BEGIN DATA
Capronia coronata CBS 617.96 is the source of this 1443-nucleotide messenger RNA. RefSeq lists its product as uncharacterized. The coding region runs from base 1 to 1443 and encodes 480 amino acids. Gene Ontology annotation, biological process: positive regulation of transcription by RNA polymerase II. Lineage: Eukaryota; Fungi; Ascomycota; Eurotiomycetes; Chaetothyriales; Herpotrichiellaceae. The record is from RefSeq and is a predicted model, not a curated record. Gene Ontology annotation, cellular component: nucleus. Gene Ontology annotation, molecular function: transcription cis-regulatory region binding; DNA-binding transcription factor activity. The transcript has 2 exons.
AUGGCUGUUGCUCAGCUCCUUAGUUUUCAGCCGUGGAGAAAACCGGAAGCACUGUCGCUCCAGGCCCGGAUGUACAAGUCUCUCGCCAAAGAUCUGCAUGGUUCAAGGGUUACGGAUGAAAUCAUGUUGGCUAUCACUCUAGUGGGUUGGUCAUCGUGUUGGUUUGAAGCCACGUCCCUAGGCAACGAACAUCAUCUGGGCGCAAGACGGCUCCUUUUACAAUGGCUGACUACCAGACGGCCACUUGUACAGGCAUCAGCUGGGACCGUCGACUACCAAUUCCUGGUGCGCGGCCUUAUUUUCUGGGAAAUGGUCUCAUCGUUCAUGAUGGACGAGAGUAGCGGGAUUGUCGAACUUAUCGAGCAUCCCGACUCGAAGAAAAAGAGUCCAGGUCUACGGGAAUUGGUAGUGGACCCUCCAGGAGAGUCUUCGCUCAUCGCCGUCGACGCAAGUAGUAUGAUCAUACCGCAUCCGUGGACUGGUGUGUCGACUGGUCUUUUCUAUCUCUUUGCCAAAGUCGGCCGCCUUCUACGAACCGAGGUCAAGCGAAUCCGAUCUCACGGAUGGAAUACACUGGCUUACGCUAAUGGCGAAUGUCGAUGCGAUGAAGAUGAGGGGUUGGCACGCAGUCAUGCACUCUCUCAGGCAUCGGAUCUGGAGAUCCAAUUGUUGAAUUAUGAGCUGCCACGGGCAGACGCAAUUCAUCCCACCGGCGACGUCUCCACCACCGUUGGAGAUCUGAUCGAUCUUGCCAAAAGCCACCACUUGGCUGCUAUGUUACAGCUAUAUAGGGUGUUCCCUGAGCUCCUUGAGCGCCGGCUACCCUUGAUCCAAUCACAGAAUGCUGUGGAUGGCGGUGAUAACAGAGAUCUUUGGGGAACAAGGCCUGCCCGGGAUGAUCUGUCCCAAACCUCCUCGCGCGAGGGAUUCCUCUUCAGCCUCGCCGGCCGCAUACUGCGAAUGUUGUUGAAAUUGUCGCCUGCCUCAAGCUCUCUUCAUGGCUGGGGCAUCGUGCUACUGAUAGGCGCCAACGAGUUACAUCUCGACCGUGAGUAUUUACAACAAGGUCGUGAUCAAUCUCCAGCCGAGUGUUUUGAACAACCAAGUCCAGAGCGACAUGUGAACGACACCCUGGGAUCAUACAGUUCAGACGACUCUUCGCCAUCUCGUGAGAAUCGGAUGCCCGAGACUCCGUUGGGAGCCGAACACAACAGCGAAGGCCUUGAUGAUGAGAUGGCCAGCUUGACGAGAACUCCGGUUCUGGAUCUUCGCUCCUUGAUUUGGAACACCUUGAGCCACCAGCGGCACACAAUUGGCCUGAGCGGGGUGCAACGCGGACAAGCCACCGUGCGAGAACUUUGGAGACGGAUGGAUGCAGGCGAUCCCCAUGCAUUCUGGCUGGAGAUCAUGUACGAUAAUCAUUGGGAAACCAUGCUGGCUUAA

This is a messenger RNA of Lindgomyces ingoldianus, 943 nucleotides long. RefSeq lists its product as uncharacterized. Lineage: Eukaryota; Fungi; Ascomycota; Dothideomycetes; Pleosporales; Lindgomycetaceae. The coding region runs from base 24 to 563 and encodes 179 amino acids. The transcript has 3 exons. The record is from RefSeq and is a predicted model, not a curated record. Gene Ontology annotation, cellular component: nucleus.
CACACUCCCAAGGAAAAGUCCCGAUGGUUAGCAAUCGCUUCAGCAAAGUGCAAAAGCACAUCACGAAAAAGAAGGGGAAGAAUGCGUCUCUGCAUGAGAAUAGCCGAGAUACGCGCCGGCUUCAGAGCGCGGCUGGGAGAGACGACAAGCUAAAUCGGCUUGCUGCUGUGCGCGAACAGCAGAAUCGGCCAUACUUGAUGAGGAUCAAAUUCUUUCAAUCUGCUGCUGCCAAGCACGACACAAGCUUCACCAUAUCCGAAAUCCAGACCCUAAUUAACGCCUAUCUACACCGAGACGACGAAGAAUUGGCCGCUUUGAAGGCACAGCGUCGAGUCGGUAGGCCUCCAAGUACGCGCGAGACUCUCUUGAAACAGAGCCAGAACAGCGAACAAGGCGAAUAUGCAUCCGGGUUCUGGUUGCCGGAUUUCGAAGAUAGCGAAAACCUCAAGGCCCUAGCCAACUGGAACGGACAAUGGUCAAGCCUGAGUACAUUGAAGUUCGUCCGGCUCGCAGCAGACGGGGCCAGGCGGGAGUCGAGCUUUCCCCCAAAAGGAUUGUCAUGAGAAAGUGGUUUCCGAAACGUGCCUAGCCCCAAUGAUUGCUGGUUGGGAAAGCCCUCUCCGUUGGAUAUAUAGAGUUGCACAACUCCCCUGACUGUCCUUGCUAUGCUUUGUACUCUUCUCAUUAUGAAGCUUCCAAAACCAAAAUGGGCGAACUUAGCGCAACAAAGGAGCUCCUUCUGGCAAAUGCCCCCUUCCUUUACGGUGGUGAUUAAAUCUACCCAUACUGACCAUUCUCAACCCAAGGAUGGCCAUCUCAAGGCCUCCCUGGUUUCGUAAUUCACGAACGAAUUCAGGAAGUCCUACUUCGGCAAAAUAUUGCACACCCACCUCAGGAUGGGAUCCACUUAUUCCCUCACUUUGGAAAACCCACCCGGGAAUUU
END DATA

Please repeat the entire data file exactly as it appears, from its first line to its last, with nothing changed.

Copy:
Capronia coronata CBS 617.96 is the source of this 1443-nucleotide messenger RNA. RefSeq lists its product as uncharacterized. The coding region runs from base 1 to 1443 and encodes 480 amino acids. Gene Ontology annotation, biological process: positive regulation of transcription by RNA polymerase II. Lineage: Eukaryota; Fungi; Ascomycota; Eurotiomycetes; Chaetothyriales; Herpotrichiellaceae. The record is from RefSeq and is a predicted model, not a curated record. Gene Ontology annotation, cellular component: nucleus. Gene Ontology annotation, molecular function: transcription cis-regulatory region binding; DNA-binding transcription factor activity. The transcript has 2 exons.
AUGGCUGUUGCUCAGCUCCUUAGUUUUCAGCCGUGGAGAAAACCGGAAGCACUGUCGCUCCAGGCCCGGAUGUACAAGUCUCUCGCCAAAGAUCUGCAUGGUUCAAGGGUUACGGAUGAAAUCAUGUUGGCUAUCACUCUAGUGGGUUGGUCAUCGUGUUGGUUUGAAGCCACGUCCCUAGGCAACGAACAUCAUCUGGGCGCAAGACGGCUCCUUUUACAAUGGCUGACUACCAGACGGCCACUUGUACAGGCAUCAGCUGGGACCGUCGACUACCAAUUCCUGGUGCGCGGCCUUAUUUUCUGGGAAAUGGUCUCAUCGUUCAUGAUGGACGAGAGUAGCGGGAUUGUCGAACUUAUCGAGCAUCCCGACUCGAAGAAAAAGAGUCCAGGUCUACGGGAAUUGGUAGUGGACCCUCCAGGAGAGUCUUCGCUCAUCGCCGUCGACGCAAGUAGUAUGAUCAUACCGCAUCCGUGGACUGGUGUGUCGACUGGUCUUUUCUAUCUCUUUGCCAAAGUCGGCCGCCUUCUACGAACCGAGGUCAAGCGAAUCCGAUCUCACGGAUGGAAUACACUGGCUUACGCUAAUGGCGAAUGUCGAUGCGAUGAAGAUGAGGGGUUGGCACGCAGUCAUGCACUCUCUCAGGCAUCGGAUCUGGAGAUCCAAUUGUUGAAUUAUGAGCUGCCACGGGCAGACGCAAUUCAUCCCACCGGCGACGUCUCCACCACCGUUGGAGAUCUGAUCGAUCUUGCCAAAAGCCACCACUUGGCUGCUAUGUUACAGCUAUAUAGGGUGUUCCCUGAGCUCCUUGAGCGCCGGCUACCCUUGAUCCAAUCACAGAAUGCUGUGGAUGGCGGUGAUAACAGAGAUCUUUGGGGAACAAGGCCUGCCCGGGAUGAUCUGUCCCAAACCUCCUCGCGCGAGGGAUUCCUCUUCAGCCUCGCCGGCCGCAUACUGCGAAUGUUGUUGAAAUUGUCGCCUGCCUCAAGCUCUCUUCAUGGCUGGGGCAUCGUGCUACUGAUAGGCGCCAACGAGUUACAUCUCGACCGUGAGUAUUUACAACAAGGUCGUGAUCAAUCUCCAGCCGAGUGUUUUGAACAACCAAGUCCAGAGCGACAUGUGAACGACACCCUGGGAUCAUACAGUUCAGACGACUCUUCGCCAUCUCGUGAGAAUCGGAUGCCCGAGACUCCGUUGGGAGCCGAACACAACAGCGAAGGCCUUGAUGAUGAGAUGGCCAGCUUGACGAGAACUCCGGUUCUGGAUCUUCGCUCCUUGAUUUGGAACACCUUGAGCCACCAGCGGCACACAAUUGGCCUGAGCGGGGUGCAACGCGGACAAGCCACCGUGCGAGAACUUUGGAGACGGAUGGAUGCAGGCGAUCCCCAUGCAUUCUGGCUGGAGAUCAUGUACGAUAAUCAUUGGGAAACCAUGCUGGCUUAA

This is a messenger RNA of Lindgomyces ingoldianus, 943 nucleotides long. RefSeq lists its product as uncharacterized. Lineage: Eukaryota; Fungi; Ascomycota; Dothideomycetes; Pleosporales; Lindgomycetaceae. The coding region runs from base 24 to 563 and encodes 179 amino acids. The transcript has 3 exons. The record is from RefSeq and is a predicted model, not a curated record. Gene Ontology annotation, cellular component: nucleus.
CACACUCCCAAGGAAAAGUCCCGAUGGUUAGCAAUCGCUUCAGCAAAGUGCAAAAGCACAUCACGAAAAAGAAGGGGAAGAAUGCGUCUCUGCAUGAGAAUAGCCGAGAUACGCGCCGGCUUCAGAGCGCGGCUGGGAGAGACGACAAGCUAAAUCGGCUUGCUGCUGUGCGCGAACAGCAGAAUCGGCCAUACUUGAUGAGGAUCAAAUUCUUUCAAUCUGCUGCUGCCAAGCACGACACAAGCUUCACCAUAUCCGAAAUCCAGACCCUAAUUAACGCCUAUCUACACCGAGACGACGAAGAAUUGGCCGCUUUGAAGGCACAGCGUCGAGUCGGUAGGCCUCCAAGUACGCGCGAGACUCUCUUGAAACAGAGCCAGAACAGCGAACAAGGCGAAUAUGCAUCCGGGUUCUGGUUGCCGGAUUUCGAAGAUAGCGAAAACCUCAAGGCCCUAGCCAACUGGAACGGACAAUGGUCAAGCCUGAGUACAUUGAAGUUCGUCCGGCUCGCAGCAGACGGGGCCAGGCGGGAGUCGAGCUUUCCCCCAAAAGGAUUGUCAUGAGAAAGUGGUUUCCGAAACGUGCCUAGCCCCAAUGAUUGCUGGUUGGGAAAGCCCUCUCCGUUGGAUAUAUAGAGUUGCACAACUCCCCUGACUGUCCUUGCUAUGCUUUGUACUCUUCUCAUUAUGAAGCUUCCAAAACCAAAAUGGGCGAACUUAGCGCAACAAAGGAGCUCCUUCUGGCAAAUGCCCCCUUCCUUUACGGUGGUGAUUAAAUCUACCCAUACUGACCAUUCUCAACCCAAGGAUGGCCAUCUCAAGGCCUCCCUGGUUUCGUAAUUCACGAACGAAUUCAGGAAGUCCUACUUCGGCAAAAUAUUGCACACCCACCUCAGGAUGGGAUCCACUUAUUCCCUCACUUUGGAAAACCCACCCGGGAAUUU